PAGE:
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eric and i are discussing the fact that we hope they are getting everyone out of there. a flight attendant comes up and says, someone on the phone back there said something about a cessna running into the world trade center. we started piecing things together. we did not know what size the airplane was, why the first one was on fire. we had nothing to tell people, because we did not know until we got to the gate about 30 minutes later, because longoria was on a ground stop and there was no room. it took forever to get to the gate, but once we got to the gate and people got off, they were actually thanking me for the flight. [laughter] they were happy to be on the .round frictio my wife had called and left me three messages asking me to call
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her, and i called her. as i am talking to her, she tells me that an airplane just at the pentagon. that is when i knew it's time to get everyone off. i came back and told the crew. they were getting ready to go to our next stop at kansas city. i told them we have to get off the airplane and at of the airport, that the nation is under attack. they just looked at me like "yeah, right." then we were ordered off the aircraft. laguardia airport was like a scene from a horror movie. the gathered us up. there was another fellow crew that joined us and they had us remove our insignia and said that we don't know if there are terrorist in the airport or not, so we don't want any flight crew being forced back on an airplane.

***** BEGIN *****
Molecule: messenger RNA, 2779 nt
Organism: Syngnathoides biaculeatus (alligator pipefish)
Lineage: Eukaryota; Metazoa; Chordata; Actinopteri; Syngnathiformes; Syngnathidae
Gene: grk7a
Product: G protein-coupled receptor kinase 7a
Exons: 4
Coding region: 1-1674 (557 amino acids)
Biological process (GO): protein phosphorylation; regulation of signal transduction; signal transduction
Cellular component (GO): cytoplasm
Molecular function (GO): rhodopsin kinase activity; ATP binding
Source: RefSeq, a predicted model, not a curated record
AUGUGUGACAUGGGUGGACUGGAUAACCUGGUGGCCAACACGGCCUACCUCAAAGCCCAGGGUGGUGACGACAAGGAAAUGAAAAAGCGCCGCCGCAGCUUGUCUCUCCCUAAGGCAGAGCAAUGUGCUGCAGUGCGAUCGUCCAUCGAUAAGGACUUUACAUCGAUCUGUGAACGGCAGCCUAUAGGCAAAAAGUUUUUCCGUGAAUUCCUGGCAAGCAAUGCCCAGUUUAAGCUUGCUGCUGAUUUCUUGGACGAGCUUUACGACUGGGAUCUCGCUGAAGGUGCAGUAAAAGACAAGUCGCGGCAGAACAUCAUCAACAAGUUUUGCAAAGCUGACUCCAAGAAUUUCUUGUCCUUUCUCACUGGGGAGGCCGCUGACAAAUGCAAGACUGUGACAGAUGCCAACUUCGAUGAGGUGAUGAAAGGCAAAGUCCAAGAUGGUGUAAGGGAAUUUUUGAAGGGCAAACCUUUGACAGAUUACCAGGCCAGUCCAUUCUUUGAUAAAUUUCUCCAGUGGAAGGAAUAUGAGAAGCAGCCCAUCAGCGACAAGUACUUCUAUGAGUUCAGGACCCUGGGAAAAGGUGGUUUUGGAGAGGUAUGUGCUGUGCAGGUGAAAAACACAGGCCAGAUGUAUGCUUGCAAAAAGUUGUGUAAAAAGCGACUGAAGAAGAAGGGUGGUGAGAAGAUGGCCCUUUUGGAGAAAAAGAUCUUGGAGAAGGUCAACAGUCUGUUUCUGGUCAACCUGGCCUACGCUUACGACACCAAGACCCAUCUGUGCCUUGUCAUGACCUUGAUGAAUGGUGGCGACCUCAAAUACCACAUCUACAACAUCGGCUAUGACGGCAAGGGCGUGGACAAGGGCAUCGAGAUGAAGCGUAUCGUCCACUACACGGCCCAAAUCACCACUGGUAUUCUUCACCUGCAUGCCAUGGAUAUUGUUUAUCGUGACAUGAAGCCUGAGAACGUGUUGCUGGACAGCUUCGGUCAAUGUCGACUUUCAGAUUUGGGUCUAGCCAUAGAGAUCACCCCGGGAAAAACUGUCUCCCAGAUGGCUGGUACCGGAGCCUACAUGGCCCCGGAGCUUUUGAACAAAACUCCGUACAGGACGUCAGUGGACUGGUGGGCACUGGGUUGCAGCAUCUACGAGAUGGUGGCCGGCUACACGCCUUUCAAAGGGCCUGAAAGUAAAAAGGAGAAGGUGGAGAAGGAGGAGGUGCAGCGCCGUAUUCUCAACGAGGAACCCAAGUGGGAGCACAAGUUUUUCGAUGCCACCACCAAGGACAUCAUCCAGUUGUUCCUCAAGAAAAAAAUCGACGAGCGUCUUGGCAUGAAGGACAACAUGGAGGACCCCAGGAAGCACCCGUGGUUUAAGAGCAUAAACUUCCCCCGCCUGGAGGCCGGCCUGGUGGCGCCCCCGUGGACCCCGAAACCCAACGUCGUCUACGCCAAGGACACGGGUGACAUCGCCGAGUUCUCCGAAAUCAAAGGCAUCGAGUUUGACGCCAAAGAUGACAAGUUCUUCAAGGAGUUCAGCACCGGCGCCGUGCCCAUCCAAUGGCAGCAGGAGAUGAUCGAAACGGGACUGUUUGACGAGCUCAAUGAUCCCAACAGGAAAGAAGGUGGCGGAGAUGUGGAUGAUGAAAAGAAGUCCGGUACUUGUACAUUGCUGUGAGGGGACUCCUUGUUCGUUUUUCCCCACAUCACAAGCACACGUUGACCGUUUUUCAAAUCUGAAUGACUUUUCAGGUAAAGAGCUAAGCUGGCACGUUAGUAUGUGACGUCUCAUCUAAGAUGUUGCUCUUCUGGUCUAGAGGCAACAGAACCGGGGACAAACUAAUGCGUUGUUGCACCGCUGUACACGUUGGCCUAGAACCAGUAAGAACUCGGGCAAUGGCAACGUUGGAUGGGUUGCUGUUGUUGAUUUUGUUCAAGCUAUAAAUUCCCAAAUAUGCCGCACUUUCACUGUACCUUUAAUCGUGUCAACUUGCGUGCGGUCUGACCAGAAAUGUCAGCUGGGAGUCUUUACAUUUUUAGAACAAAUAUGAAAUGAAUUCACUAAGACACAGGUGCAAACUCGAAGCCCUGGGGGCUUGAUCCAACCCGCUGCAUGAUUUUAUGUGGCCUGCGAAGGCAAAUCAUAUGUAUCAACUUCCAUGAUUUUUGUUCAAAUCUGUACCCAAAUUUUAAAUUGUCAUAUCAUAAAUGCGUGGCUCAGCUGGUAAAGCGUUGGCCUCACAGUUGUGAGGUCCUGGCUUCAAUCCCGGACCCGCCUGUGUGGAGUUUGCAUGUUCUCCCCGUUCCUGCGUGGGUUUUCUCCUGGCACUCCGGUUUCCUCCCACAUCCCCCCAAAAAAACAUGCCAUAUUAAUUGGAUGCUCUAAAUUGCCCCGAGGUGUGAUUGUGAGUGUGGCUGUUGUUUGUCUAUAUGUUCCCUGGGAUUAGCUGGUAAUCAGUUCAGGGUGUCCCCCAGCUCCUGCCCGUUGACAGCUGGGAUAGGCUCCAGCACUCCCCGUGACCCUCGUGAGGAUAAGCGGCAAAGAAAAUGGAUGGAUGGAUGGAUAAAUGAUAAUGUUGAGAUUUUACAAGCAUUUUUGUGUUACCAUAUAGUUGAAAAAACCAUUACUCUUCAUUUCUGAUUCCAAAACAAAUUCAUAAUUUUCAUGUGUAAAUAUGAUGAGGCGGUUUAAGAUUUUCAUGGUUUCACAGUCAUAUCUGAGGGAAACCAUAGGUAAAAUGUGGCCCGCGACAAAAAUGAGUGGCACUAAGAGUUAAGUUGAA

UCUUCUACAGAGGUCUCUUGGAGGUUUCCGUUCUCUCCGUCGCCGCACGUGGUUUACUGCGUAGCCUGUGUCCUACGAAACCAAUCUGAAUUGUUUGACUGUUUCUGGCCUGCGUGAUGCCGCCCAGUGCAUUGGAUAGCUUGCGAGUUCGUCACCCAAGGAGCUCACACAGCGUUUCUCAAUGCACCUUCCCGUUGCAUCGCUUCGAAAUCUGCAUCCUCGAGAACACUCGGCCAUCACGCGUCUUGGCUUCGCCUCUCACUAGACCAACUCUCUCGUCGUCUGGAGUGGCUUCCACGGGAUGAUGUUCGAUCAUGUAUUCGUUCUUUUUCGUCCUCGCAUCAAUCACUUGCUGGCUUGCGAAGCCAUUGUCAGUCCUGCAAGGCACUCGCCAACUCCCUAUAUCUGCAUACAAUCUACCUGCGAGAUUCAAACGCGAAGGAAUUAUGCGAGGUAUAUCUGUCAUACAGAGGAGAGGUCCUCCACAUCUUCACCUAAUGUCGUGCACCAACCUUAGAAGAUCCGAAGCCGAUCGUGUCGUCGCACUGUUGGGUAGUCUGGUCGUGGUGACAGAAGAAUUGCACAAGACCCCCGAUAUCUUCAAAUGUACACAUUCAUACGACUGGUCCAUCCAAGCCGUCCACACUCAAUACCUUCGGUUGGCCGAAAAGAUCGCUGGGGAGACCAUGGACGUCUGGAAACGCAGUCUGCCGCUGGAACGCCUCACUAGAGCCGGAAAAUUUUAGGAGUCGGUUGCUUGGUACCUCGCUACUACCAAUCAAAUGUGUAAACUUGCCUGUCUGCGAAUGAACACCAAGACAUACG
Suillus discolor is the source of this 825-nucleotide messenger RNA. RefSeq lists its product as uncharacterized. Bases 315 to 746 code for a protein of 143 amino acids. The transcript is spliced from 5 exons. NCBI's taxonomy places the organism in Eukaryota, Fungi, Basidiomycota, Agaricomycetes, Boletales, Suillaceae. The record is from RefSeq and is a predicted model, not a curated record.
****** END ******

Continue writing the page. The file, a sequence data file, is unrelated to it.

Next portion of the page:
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>> were you finished? >> i did not mean to go on and on. >> the question as to what pilots told the passengers, i heard from several hundred pilots when i started to research this book, and the response was not consistent across the ranks. some pilots were worried that if they said anything, if there were hijackers on their aircraft, that they could be tipping them off that some successful hijacks were occurring. they did not want to say anything. some of them, because they did not know if they had hijackers on for their aircraft, those that had the cab and displays that show where you are aircraft is relative to your destination , they were turning those of as they were diverting, because they did not even on their
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passengers should to know they were diverting. -- they did not want their passengers to note. some of them were barricading themselves into the cockpit and making sure no one could break through the cockpit. there were telling their flight attendants under no circumstances to open the cockpit door. other captains and first officers who had several law enforcement officers on board their aircraft that day that happened to be flying for part of their work that day and were carrying weapons, they were trying to confirm if those people were really they said they were. they were trying to go through their airlines dispatched to find out, here is the information that you have to present to the captain, a document if you are carrying a firearm. so these captains were on the phone with dispatch saying we have this guy and this guy on our plane, are they really do